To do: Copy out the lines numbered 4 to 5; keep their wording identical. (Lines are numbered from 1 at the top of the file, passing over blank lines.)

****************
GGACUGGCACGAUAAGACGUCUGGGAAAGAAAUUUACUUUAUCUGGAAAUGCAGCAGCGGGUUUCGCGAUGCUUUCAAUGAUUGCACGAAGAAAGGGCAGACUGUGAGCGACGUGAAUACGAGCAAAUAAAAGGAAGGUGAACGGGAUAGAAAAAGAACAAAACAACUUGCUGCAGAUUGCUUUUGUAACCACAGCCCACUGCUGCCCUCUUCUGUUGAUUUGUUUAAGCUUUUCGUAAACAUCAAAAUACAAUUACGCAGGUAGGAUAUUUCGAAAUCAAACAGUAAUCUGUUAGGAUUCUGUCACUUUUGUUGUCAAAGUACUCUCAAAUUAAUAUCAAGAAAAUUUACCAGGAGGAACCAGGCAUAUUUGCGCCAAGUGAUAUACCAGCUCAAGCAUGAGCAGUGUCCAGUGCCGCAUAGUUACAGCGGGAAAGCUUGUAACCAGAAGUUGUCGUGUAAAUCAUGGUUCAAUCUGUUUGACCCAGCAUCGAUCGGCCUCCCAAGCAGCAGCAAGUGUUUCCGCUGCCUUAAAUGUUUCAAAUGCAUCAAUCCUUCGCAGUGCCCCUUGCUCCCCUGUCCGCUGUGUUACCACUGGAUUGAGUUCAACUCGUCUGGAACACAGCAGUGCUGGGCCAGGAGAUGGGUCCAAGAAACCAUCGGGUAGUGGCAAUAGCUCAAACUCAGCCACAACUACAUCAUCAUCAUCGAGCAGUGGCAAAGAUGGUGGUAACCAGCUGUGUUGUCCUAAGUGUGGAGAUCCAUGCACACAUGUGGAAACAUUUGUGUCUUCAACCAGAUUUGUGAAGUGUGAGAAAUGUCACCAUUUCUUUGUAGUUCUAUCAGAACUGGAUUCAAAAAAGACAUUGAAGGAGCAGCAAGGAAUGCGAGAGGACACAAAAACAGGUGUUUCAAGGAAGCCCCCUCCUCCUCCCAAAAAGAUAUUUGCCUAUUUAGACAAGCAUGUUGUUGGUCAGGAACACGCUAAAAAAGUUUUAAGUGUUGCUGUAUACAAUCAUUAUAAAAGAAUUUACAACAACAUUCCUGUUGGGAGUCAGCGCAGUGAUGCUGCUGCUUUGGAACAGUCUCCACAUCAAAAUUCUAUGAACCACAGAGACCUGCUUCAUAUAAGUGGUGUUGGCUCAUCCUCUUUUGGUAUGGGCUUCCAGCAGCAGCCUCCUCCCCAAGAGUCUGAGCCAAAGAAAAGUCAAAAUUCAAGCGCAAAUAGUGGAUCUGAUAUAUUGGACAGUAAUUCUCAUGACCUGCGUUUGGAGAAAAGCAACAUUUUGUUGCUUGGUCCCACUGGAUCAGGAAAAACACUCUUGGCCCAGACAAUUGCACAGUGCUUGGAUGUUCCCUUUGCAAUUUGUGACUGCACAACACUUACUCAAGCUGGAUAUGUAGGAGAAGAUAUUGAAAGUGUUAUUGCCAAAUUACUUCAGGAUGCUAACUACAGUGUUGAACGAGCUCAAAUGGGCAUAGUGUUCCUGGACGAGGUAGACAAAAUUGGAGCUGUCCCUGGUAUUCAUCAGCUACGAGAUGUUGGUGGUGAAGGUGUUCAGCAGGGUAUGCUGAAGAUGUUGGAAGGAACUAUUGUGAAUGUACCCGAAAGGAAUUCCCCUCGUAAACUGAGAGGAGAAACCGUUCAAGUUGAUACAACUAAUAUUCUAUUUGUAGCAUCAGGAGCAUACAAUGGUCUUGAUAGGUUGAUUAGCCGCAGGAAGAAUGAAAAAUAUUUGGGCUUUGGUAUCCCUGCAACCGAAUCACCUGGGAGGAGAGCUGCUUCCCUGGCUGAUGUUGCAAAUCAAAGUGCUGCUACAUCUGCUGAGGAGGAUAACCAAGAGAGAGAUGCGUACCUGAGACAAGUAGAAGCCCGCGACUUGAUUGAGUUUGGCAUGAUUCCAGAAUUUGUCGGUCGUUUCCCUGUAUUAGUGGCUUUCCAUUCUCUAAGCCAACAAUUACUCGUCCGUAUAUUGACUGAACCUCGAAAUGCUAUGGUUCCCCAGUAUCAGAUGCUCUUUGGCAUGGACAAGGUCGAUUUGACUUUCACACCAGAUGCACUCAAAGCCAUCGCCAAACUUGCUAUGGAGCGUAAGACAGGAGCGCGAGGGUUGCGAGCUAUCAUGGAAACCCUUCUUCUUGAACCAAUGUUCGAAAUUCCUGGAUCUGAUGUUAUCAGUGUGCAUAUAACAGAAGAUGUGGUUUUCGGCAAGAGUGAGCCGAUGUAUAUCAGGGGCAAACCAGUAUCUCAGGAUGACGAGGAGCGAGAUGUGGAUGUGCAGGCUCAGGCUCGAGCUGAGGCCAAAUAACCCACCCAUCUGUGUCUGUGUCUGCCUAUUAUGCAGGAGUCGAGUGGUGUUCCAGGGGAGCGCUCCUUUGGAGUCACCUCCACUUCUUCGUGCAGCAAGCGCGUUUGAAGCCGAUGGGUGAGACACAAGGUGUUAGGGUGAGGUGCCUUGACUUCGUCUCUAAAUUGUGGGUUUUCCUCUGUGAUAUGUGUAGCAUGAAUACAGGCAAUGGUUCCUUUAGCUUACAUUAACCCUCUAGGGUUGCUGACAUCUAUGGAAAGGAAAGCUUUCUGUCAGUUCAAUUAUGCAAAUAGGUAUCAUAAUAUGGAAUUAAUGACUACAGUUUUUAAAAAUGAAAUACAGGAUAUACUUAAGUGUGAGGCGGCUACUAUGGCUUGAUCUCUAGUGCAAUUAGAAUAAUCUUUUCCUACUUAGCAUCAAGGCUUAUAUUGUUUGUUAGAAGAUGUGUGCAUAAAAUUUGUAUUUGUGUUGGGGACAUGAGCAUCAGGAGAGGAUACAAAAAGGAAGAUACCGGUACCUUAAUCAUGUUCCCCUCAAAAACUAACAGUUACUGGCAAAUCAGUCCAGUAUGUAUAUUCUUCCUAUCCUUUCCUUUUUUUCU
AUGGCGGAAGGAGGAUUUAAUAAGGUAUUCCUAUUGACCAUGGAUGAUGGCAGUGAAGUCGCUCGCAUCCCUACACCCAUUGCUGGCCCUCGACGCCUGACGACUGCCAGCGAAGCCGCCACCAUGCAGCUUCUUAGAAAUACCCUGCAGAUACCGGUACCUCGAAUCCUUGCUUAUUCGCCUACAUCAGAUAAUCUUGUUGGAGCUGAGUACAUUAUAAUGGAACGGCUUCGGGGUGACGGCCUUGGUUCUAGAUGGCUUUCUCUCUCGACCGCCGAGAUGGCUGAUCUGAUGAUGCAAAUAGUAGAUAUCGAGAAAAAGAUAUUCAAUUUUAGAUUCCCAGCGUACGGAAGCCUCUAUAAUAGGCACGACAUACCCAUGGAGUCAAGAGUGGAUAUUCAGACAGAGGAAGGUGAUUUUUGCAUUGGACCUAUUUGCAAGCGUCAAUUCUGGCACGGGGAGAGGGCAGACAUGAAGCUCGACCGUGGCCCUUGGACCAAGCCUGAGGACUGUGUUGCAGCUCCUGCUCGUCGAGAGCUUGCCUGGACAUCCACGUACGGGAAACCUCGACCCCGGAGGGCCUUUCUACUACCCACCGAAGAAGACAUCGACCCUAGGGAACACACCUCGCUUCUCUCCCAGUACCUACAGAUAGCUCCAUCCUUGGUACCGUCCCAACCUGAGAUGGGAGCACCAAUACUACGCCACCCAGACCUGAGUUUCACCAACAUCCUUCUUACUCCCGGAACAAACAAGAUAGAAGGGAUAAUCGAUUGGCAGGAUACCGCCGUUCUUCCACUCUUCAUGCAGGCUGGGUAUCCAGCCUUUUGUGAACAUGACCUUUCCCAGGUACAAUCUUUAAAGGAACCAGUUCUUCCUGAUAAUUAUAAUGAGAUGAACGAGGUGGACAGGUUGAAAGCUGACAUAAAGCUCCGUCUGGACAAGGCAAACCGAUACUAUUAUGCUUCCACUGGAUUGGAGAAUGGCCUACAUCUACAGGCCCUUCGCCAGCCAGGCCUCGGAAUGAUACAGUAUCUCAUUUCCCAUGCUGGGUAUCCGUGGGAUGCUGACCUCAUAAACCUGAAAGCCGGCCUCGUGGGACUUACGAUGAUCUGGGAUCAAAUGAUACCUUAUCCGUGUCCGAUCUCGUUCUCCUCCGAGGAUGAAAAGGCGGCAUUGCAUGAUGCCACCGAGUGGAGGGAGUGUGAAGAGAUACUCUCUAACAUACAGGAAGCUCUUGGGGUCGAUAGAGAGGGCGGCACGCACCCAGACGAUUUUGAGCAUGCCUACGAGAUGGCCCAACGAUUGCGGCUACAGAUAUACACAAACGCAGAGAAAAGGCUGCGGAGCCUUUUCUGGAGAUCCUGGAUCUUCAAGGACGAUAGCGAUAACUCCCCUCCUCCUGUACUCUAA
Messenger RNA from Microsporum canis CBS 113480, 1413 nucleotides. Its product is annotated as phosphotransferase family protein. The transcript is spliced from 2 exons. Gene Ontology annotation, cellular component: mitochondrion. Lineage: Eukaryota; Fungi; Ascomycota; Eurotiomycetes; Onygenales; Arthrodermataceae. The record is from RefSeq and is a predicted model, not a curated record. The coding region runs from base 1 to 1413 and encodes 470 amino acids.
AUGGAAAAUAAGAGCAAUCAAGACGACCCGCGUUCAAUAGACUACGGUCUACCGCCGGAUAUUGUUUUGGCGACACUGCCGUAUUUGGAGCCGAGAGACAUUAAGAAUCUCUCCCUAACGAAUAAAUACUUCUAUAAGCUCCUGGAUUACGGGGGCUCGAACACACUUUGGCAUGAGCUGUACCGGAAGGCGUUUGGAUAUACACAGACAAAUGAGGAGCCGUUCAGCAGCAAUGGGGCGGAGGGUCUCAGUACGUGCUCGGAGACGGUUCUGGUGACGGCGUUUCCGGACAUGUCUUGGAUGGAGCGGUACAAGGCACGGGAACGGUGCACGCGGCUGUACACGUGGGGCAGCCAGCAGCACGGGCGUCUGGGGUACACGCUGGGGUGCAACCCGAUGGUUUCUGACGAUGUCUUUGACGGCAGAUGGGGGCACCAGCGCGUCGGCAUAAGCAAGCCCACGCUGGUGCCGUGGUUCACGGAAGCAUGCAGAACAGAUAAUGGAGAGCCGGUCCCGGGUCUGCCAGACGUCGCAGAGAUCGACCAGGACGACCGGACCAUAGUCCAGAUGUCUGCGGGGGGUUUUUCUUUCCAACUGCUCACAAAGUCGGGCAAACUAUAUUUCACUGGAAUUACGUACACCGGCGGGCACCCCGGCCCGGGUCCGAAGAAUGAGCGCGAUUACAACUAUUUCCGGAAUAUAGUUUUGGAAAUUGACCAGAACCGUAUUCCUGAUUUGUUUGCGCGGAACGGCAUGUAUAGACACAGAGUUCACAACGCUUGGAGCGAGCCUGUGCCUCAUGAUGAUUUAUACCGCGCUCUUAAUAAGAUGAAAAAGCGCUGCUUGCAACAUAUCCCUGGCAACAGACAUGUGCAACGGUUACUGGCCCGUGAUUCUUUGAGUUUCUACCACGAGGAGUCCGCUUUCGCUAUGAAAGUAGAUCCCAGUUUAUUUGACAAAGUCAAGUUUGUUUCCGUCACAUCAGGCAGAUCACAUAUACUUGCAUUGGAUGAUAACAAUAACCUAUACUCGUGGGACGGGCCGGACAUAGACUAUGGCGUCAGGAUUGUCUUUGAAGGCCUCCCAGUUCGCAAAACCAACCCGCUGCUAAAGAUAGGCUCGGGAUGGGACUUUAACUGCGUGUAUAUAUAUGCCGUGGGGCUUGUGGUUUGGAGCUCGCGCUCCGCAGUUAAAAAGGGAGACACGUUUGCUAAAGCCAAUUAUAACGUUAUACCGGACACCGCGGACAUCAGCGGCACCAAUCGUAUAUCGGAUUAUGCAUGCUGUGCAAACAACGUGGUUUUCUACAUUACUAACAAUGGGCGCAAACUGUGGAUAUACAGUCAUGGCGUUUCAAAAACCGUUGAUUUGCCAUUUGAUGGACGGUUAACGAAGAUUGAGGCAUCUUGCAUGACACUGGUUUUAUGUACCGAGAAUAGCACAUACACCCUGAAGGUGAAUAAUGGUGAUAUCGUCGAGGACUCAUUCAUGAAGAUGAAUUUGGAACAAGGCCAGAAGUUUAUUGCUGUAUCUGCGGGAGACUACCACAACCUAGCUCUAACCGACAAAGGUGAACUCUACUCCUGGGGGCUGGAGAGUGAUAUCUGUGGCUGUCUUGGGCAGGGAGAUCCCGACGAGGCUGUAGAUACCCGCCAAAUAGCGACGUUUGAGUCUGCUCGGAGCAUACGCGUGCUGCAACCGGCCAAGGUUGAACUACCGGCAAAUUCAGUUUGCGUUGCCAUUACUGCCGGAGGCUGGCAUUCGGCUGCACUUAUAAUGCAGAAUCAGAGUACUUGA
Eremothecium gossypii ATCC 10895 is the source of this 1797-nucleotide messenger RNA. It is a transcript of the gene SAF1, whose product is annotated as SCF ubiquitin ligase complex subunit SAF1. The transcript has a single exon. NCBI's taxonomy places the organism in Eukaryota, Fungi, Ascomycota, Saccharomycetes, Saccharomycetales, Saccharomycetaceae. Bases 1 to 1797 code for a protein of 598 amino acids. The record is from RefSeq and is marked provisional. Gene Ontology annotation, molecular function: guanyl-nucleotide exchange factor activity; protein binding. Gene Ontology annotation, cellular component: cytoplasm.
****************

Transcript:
AUGGAAAAUAAGAGCAAUCAAGACGACCCGCGUUCAAUAGACUACGGUCUACCGCCGGAUAUUGUUUUGGCGACACUGCCGUAUUUGGAGCCGAGAGACAUUAAGAAUCUCUCCCUAACGAAUAAAUACUUCUAUAAGCUCCUGGAUUACGGGGGCUCGAACACACUUUGGCAUGAGCUGUACCGGAAGGCGUUUGGAUAUACACAGACAAAUGAGGAGCCGUUCAGCAGCAAUGGGGCGGAGGGUCUCAGUACGUGCUCGGAGACGGUUCUGGUGACGGCGUUUCCGGACAUGUCUUGGAUGGAGCGGUACAAGGCACGGGAACGGUGCACGCGGCUGUACACGUGGGGCAGCCAGCAGCACGGGCGUCUGGGGUACACGCUGGGGUGCAACCCGAUGGUUUCUGACGAUGUCUUUGACGGCAGAUGGGGGCACCAGCGCGUCGGCAUAAGCAAGCCCACGCUGGUGCCGUGGUUCACGGAAGCAUGCAGAACAGAUAAUGGAGAGCCGGUCCCGGGUCUGCCAGACGUCGCAGAGAUCGACCAGGACGACCGGACCAUAGUCCAGAUGUCUGCGGGGGGUUUUUCUUUCCAACUGCUCACAAAGUCGGGCAAACUAUAUUUCACUGGAAUUACGUACACCGGCGGGCACCCCGGCCCGGGUCCGAAGAAUGAGCGCGAUUACAACUAUUUCCGGAAUAUAGUUUUGGAAAUUGACCAGAACCGUAUUCCUGAUUUGUUUGCGCGGAACGGCAUGUAUAGACACAGAGUUCACAACGCUUGGAGCGAGCCUGUGCCUCAUGAUGAUUUAUACCGCGCUCUUAAUAAGAUGAAAAAGCGCUGCUUGCAACAUAUCCCUGGCAACAGACAUGUGCAACGGUUACUGGCCCGUGAUUCUUUGAGUUUCUACCACGAGGAGUCCGCUUUCGCUAUGAAAGUAGAUCCCAGUUUAUUUGACAAAGUCAAGUUUGUUUCCGUCACAUCAGGCAGAUCACAUAUACUUGCAUUGGAUGAUAACAAUAACCUAUACUCGUGGGACGGGCCGGACAUAGACUAUGGCGUCAGGAUUGUCUUUGAAGGCCUCCCAGUUCGCAAAACCAACCCGCUGCUAAAGAUAGGCUCGGGAUGGGACUUUAACUGCGUGUAUAUAUAUGCCGUGGGGCUUGUGGUUUGGAGCUCGCGCUCCGCAGUUAAAAAGGGAGACACGUUUGCUAAAGCCAAUUAUAACGUUAUACCGGACACCGCGGACAUCAGCGGCACCAAUCGUAUAUCGGAUUAUGCAUGCUGUGCAAACAACGUGGUUUUCUACAUUACUAACAAUGGGCGCAAACUGUGGAUAUACAGUCAUGGCGUUUCAAAAACCGUUGAUUUGCCAUUUGAUGGACGGUUAACGAAGAUUGAGGCAUCUUGCAUGACACUGGUUUUAUGUACCGAGAAUAGCACAUACACCCUGAAGGUGAAUAAUGGUGAUAUCGUCGAGGACUCAUUCAUGAAGAUGAAUUUGGAACAAGGCCAGAAGUUUAUUGCUGUAUCUGCGGGAGACUACCACAACCUAGCUCUAACCGACAAAGGUGAACUCUACUCCUGGGGGCUGGAGAGUGAUAUCUGUGGCUGUCUUGGGCAGGGAGAUCCCGACGAGGCUGUAGAUACCCGCCAAAUAGCGACGUUUGAGUCUGCUCGGAGCAUACGCGUGCUGCAACCGGCCAAGGUUGAACUACCGGCAAAUUCAGUUUGCGUUGCCAUUACUGCCGGAGGCUGGCAUUCGGCUGCACUUAUAAUGCAGAAUCAGAGUACUUGA
Eremothecium gossypii ATCC 10895 is the source of this 1797-nucleotide messenger RNA. It is a transcript of the gene SAF1, whose product is annotated as SCF ubiquitin ligase complex subunit SAF1. The transcript has a single exon. NCBI's taxonomy places the organism in Eukaryota, Fungi, Ascomycota, Saccharomycetes, Saccharomycetales, Saccharomycetaceae. Bases 1 to 1797 code for a protein of 598 amino acids. The record is from RefSeq and is marked provisional. Gene Ontology annotation, molecular function: guanyl-nucleotide exchange factor activity; protein binding. Gene Ontology annotation, cellular component: cytoplasm.